The OMG’s inability to enforce compliance with UML 2.0 could cause problems for users, stated Kobryn. “There will be a challenge for users to determine which implementations are UML 2.0 and which are really UML 1 dressed up,” he said. UML 2.0 has vastly improved its capabilities to specify large, complex structures and activity diagrams can now specify complex business workflows, “but without reference implementations and test suites, it’s difficult for the user to determine whether a vendor is selling UML 1.x or the really good stuff,” Kobryn said. He suggests that OMG members adopt a procedure similar to that of the Java Community Process, which provides test suites so vendors can test their applications to ensure that they comply with specifications.

Kabira’s Righter disagrees. “The school of thought that I belong to, and which is characterized by the IEEE and the OMG, is that you ultimately have to standardize the proven, existing practice,” he said. “One of the most successful standards, IEEE 802.3, for example, was taken wholly from Xerox PARC, industrialized, manufactured and debugged, and we ultimately invented Ethernet and Ethernet Type 2 from one existing, proven implementation.”

Different industries will develop different subsets of the language according to their needs, said Righter. That “will cause a feedback loop to the OMG as to what needs to be changed or implemented,” he explained. Righter sees UML 2.0 as “the equivalent of a new template or a new dictionary for UML and, because of industry and business requirements, there will be some variants; we’ll learn a lot and there’ll be UML 2.1 or 2.4,” he said. Some users and vendors will have to re-do some of their work, but “it’s better to do this as a collaborative process than to have 20 vendors pick UML 1 as a frozen standard and declare everything as a variation,” noted Righter.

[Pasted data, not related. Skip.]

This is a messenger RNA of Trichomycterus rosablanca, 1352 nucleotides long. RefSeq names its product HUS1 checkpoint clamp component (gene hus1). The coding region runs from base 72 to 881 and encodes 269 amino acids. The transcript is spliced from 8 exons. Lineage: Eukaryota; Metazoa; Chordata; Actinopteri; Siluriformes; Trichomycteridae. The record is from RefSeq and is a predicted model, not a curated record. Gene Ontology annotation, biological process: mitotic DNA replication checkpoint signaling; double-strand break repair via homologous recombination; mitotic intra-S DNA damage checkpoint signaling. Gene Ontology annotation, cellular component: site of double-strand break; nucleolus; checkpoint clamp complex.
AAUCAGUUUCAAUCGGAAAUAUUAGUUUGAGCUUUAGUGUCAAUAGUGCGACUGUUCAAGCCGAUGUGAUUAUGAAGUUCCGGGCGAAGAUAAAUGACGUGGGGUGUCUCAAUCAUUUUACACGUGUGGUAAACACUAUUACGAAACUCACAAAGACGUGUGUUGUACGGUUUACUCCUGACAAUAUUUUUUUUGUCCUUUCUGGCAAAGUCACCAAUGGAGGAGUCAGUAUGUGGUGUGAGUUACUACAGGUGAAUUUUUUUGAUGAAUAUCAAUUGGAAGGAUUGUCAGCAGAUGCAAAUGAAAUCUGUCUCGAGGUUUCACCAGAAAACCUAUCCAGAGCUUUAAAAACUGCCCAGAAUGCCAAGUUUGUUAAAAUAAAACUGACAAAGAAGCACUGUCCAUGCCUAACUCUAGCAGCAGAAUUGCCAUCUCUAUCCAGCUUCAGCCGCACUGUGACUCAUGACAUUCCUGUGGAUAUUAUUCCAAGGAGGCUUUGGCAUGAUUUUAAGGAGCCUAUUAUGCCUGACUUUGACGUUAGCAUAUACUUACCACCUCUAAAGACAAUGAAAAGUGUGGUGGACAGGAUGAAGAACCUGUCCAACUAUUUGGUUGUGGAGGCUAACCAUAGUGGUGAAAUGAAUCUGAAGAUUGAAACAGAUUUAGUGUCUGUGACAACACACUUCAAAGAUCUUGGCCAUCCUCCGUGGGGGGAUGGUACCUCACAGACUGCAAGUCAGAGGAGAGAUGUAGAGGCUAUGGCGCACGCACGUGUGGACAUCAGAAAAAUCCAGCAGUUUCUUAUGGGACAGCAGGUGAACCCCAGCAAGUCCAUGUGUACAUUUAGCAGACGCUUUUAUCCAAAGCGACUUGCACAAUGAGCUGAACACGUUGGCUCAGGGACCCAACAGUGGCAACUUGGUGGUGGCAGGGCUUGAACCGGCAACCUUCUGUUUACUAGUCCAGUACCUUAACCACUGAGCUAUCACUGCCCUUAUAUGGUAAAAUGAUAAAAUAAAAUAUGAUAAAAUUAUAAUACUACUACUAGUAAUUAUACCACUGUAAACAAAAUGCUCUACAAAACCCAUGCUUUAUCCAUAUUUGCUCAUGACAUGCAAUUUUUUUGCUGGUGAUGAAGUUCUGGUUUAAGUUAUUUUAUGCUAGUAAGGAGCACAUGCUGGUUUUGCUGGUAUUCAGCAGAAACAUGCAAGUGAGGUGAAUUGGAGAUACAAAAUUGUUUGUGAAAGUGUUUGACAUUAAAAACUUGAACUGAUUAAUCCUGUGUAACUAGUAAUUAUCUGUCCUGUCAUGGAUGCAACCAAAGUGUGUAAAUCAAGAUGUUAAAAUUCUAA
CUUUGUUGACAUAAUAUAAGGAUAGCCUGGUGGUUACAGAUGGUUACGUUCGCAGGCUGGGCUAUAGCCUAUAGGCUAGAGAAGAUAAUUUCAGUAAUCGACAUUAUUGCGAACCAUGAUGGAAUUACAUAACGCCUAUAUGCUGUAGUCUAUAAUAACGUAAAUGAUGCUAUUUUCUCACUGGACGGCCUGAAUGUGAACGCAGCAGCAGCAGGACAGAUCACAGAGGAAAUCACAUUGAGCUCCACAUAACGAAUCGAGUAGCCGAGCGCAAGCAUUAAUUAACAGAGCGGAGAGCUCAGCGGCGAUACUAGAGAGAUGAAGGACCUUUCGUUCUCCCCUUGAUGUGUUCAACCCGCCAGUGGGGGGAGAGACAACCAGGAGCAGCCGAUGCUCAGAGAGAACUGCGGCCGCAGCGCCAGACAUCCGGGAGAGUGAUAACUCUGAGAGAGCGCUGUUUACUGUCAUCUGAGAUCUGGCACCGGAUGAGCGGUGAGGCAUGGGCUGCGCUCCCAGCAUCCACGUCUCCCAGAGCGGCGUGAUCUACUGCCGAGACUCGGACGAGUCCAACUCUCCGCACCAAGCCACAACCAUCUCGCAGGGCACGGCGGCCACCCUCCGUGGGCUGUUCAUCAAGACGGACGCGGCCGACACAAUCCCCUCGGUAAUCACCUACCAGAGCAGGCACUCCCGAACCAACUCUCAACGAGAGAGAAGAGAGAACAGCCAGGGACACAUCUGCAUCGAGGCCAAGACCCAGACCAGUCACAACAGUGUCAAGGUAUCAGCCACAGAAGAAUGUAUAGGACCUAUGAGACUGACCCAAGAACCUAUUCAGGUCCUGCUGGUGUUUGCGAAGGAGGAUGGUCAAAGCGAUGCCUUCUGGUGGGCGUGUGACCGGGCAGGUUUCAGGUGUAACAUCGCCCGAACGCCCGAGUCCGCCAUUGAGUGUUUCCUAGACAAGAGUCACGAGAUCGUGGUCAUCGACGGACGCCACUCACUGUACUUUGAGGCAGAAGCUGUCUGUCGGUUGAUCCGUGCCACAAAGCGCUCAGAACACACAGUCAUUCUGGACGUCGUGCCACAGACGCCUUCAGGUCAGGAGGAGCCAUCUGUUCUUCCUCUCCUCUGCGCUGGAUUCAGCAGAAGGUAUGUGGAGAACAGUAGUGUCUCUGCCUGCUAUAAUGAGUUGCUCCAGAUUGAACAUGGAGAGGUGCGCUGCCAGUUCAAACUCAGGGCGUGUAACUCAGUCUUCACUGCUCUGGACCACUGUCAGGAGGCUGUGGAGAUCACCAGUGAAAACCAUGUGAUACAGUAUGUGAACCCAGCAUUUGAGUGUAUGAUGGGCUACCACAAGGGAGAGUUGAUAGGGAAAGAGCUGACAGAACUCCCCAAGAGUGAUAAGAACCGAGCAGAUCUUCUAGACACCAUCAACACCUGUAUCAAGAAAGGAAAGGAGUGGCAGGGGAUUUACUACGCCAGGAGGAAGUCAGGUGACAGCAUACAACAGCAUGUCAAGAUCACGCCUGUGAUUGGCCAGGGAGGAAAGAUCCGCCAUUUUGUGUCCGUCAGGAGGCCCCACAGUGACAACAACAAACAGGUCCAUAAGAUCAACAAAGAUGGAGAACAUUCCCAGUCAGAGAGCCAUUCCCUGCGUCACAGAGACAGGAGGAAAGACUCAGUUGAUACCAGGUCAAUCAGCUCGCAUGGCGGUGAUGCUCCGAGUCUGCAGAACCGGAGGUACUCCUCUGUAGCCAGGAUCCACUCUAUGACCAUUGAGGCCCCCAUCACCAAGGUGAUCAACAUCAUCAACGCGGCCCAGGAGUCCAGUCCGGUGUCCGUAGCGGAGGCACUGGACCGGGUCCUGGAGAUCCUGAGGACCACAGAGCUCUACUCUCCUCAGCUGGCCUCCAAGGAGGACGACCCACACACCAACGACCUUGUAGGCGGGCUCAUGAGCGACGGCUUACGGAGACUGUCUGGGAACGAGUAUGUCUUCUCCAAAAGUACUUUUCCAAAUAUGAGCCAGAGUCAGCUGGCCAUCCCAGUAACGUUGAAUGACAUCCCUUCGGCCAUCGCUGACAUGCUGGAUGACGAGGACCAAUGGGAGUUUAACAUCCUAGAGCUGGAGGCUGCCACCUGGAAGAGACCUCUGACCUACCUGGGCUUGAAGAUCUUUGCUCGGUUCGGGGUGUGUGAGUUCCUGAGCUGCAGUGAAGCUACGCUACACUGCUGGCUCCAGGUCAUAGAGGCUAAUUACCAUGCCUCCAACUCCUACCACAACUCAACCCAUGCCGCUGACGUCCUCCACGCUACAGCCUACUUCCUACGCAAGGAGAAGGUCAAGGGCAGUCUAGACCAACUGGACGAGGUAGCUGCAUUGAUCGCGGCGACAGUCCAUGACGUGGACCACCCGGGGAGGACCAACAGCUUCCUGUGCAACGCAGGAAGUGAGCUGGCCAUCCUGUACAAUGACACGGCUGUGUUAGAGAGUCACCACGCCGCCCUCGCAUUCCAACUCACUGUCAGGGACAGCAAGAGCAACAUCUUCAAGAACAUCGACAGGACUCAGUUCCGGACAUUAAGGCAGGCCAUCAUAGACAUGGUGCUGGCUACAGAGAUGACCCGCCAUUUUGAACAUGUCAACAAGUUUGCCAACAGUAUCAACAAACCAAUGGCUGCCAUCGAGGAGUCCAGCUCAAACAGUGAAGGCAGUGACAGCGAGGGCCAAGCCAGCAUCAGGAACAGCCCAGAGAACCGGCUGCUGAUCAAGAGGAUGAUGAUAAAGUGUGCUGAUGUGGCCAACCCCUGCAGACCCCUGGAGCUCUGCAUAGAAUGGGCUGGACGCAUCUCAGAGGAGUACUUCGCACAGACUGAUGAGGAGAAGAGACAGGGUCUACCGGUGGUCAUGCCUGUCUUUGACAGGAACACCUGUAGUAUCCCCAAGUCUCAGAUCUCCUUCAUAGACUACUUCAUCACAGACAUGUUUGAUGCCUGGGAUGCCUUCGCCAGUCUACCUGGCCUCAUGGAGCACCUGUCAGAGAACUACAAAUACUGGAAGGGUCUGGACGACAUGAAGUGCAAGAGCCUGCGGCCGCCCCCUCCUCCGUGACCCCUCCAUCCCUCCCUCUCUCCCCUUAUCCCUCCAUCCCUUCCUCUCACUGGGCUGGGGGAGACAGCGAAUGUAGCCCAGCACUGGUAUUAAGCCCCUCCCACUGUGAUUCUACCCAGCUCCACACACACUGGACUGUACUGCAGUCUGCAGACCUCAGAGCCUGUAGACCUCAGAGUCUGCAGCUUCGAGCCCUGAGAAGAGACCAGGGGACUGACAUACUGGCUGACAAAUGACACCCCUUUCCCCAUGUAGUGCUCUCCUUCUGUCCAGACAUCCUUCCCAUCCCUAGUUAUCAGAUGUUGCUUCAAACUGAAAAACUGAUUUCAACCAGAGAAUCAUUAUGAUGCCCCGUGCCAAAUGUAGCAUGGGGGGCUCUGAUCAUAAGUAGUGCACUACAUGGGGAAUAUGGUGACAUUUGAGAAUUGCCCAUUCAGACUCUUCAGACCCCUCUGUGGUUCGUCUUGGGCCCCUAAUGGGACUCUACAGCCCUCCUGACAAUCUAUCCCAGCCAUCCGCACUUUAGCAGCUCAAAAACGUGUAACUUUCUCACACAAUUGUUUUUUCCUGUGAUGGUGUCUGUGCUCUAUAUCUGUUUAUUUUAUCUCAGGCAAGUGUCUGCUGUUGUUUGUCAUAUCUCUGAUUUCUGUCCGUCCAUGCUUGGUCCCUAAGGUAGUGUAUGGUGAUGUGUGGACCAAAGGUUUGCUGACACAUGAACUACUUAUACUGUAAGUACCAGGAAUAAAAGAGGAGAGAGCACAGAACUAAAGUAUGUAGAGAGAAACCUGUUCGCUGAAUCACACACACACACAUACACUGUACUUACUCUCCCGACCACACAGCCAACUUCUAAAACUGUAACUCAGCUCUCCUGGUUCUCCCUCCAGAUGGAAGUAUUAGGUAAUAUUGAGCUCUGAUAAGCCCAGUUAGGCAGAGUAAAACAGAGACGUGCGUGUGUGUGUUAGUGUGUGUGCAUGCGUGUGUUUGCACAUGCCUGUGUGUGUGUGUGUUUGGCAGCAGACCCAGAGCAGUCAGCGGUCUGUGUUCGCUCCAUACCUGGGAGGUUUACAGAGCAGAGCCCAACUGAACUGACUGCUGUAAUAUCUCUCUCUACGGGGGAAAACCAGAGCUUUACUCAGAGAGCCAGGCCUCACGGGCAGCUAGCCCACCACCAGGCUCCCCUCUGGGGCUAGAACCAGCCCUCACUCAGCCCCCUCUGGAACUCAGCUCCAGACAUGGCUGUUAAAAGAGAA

Righter also said that a lot of work will be done in translating UML down to an XML or XMI interface, which will provide a compatibility layer. “The question is not how you implement UML as a tool but, once you export UML as an XML or XMI interface, can multiple tools import it from different sources? That’s the industrial goal. Are there going to be bumps along the road and shouting matches? Yes. But what we’re doing is creating a higher standard for what component behaviors are like,” Righter said.

The OMG’s Watson points to a record of improvement in UML standards under OMG’s tutelage: “Before we began to work on UML standardization there were different notations and techniques -- at least a half a dozen. Moving from one technique to another took time. There was confusion in the marketplace when we started. By 1998, with UML 1.0, there was a market growing at more than 20% and it continues that way as far as we know.”